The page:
The basic principle behind the issuance of shares with differential voting rights, commonly known as ‘DVRs’ in India and dual class shares or ‘DCS’ in the international context, is to enable the companies to raise capital without dilution of control and decision-making power in company.
In promoter or founder-led companies where promoters or founders are instrumental in the success of the company, such structures enable them to retain decision-making powers and rights vis-a-vis other shareholders either through retaining shares with superior voting rights or issuance of shares with lower or fractional voting rights to public investors.
The concept was first recognised under the Companies (Amendment) Act, 2000 followed by similar provisions adopted by the Companies Act, 2013. However, the current practical scenario depicts a different picture, as the provisions of SEBI (Listing Obligations and Disclosure Requirements) Regulations, 2015 do not permit DVRs with higher or superior voting rights.
Subject to certain conditions, DVR shares with lower voting rights are permitted. Till date, only five listed companies have used this structure in India. Strict pre-condition and corporate governance norms, unavailability of investors due to lack of awareness are some grounds of company’s reluctance from adopting this idea.
SEBI’s Consultation Paper to restructure the issuance of DVRs
The paper provides that the matter of issuance of shares with DVRs was deliberated in the Primary Market Advisory Committee of SEBI (Committee) and a group (DVR Group) was constituted amongst the Committee members to do an in-depth study of the proposal of introduction of shares with DVRs in India.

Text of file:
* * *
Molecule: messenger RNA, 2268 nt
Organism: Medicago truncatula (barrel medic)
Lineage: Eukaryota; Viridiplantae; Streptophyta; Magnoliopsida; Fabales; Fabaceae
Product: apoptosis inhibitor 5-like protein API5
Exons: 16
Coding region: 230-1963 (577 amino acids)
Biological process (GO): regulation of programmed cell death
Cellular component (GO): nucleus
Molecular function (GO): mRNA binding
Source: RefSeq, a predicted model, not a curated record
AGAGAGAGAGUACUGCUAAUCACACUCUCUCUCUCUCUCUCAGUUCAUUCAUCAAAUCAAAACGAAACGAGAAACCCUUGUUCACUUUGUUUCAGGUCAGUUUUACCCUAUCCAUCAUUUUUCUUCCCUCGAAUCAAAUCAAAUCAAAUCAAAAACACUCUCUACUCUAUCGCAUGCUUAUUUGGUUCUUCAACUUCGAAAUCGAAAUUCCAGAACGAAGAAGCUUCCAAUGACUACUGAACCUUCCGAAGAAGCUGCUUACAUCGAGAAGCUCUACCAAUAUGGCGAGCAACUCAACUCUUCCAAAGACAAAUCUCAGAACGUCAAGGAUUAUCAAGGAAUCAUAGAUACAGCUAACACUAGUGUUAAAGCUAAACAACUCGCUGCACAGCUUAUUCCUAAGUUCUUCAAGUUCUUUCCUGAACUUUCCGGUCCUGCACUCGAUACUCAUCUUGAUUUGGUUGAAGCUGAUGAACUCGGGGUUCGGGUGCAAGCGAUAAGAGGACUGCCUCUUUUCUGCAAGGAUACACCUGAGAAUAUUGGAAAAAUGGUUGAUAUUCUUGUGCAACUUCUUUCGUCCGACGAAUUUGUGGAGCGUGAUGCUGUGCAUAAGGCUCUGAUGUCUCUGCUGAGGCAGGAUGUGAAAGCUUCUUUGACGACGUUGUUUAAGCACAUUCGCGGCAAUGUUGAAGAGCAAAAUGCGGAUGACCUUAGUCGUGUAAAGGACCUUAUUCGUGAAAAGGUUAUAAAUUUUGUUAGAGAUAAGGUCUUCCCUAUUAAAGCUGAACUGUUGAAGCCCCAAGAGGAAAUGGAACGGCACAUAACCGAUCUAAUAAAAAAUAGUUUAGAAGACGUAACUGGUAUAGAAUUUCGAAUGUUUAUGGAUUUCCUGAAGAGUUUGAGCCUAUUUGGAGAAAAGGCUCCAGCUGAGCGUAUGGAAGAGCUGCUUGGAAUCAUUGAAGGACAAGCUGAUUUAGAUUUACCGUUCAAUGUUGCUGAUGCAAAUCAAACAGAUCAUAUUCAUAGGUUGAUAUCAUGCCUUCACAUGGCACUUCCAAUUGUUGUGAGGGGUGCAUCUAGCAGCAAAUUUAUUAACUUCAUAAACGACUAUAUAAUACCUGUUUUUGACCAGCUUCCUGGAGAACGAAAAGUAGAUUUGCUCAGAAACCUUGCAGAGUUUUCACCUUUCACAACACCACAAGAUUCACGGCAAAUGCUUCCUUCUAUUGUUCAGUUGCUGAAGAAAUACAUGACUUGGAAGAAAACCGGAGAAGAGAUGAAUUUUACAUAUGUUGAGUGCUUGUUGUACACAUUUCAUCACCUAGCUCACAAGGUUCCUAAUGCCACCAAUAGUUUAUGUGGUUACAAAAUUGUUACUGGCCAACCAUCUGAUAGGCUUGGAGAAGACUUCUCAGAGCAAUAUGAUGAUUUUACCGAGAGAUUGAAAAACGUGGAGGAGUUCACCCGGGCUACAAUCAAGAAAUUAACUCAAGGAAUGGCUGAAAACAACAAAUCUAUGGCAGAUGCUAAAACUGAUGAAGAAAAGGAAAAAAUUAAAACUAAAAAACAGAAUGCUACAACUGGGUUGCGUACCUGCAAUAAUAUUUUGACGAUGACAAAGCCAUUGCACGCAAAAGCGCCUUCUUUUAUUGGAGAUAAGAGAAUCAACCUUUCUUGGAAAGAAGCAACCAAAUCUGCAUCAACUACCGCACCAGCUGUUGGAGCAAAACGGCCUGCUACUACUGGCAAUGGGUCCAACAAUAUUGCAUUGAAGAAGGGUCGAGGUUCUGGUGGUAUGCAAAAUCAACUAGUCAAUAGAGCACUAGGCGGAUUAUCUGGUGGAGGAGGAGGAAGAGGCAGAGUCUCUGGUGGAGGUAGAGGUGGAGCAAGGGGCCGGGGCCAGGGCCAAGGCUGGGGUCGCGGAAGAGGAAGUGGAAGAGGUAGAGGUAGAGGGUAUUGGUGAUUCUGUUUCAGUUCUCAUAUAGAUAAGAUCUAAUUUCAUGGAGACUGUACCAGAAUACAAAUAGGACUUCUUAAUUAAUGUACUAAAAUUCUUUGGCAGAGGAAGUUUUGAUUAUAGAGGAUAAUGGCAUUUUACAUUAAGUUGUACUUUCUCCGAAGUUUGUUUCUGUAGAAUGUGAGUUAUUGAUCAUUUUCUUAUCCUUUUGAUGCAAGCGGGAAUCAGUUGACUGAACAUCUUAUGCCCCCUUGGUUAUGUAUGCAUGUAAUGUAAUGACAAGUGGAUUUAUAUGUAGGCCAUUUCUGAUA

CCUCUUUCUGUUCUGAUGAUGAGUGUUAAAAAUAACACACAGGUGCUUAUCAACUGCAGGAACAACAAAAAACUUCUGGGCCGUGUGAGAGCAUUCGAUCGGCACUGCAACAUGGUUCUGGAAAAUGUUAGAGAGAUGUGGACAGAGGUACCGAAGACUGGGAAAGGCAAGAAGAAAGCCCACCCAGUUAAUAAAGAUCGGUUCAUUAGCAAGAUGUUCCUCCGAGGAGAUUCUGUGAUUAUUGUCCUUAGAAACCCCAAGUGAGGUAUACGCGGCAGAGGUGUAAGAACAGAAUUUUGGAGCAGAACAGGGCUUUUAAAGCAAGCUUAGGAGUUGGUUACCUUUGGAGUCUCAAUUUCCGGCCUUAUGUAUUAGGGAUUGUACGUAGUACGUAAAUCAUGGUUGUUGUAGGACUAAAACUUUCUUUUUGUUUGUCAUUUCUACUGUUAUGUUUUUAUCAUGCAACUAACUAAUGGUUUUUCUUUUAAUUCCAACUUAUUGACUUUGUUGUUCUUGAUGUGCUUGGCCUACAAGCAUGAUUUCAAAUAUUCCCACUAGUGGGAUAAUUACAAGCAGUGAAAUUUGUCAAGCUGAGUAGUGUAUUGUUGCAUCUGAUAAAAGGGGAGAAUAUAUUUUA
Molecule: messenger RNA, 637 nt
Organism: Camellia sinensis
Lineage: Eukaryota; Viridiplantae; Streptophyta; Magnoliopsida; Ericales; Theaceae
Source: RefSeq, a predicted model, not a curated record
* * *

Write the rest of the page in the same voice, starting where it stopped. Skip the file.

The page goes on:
The consultation paper addresses the norms for issuance of shares with DVRs under two categories –
a) issuance by companies whose equity shares are already listed on stock exchanges;
b) companies with equity shares not hitherto listed but proposed to be offered to the public.
The basic objective behind allowing shares with differential voting rights is to raise equity without dilution of promoter control or to allow the promoters and founders to maintain control as they would hold shares with superior voting rights.
Therefore, considering SEBI’s proposed structure, there will be four categories of companies, which can issue DVRs:
1) Equity listed companies – as per this consultation paper;
2) Unlisted companies, which are intending to get their equity listed—as per this consultation paper;
3) Unlisted companies, not intending to list their equity shares—as per Section 43 of the Companies Act, 2013 (Act) read with Rule 4 of the Companies (Share Capital and Debenture) Rules, 2014;
4) Private companies—exempted from applicability Section 43 of the Act, if either its memorandum or articles of association so provides—vide notification number GSR 464(E) dated 5th June 2015.
Need for DVRs in India
In order to maintain the current growth phase in India, it is necessary for companies to raise capital to sustain this growth. Companies with high leverage or asset light models, may prefer equity over debt capital. Raising DVRs will reduce the dilution of founder and promoter stake, which may otherwise be the case.
The protection of founder and promoter’s stake or control is especially relevant for new technology entities, which have asset light models, with little or no need for debt financing. However, these entities generally raise funds through equity, which dilutes the promoter’s and founder’s stake, thereby diluting control. Considering the issue, the consultation paper states that retaining founder’s interest and control in the business is of great value to all shareholders and this can be achieved by:
c) Issue of shares with superior voting rights (SR) to founders and/or
d) Issue of shares with lower or fractional voting rights (FR) to raise funds from private/ public investors.
The global market has witnessed a mixed response to the concept of DVRs, while many countries have permitted the listing of companies with dual class shares or DCS (internationally used term for DVRs), some countries like UK, Australia, Spain, Germany and China do not permit the issuers with DCS structure for listing.
Singapore and Hong Kong have recently permitted DCS structures with detailed checks and balances. Considering the international scenario, the consultation paper from SEBI has provided a detailed comparison of the issuance and listing of DCS structure in internal jurisdictions, the summary of which is presented below: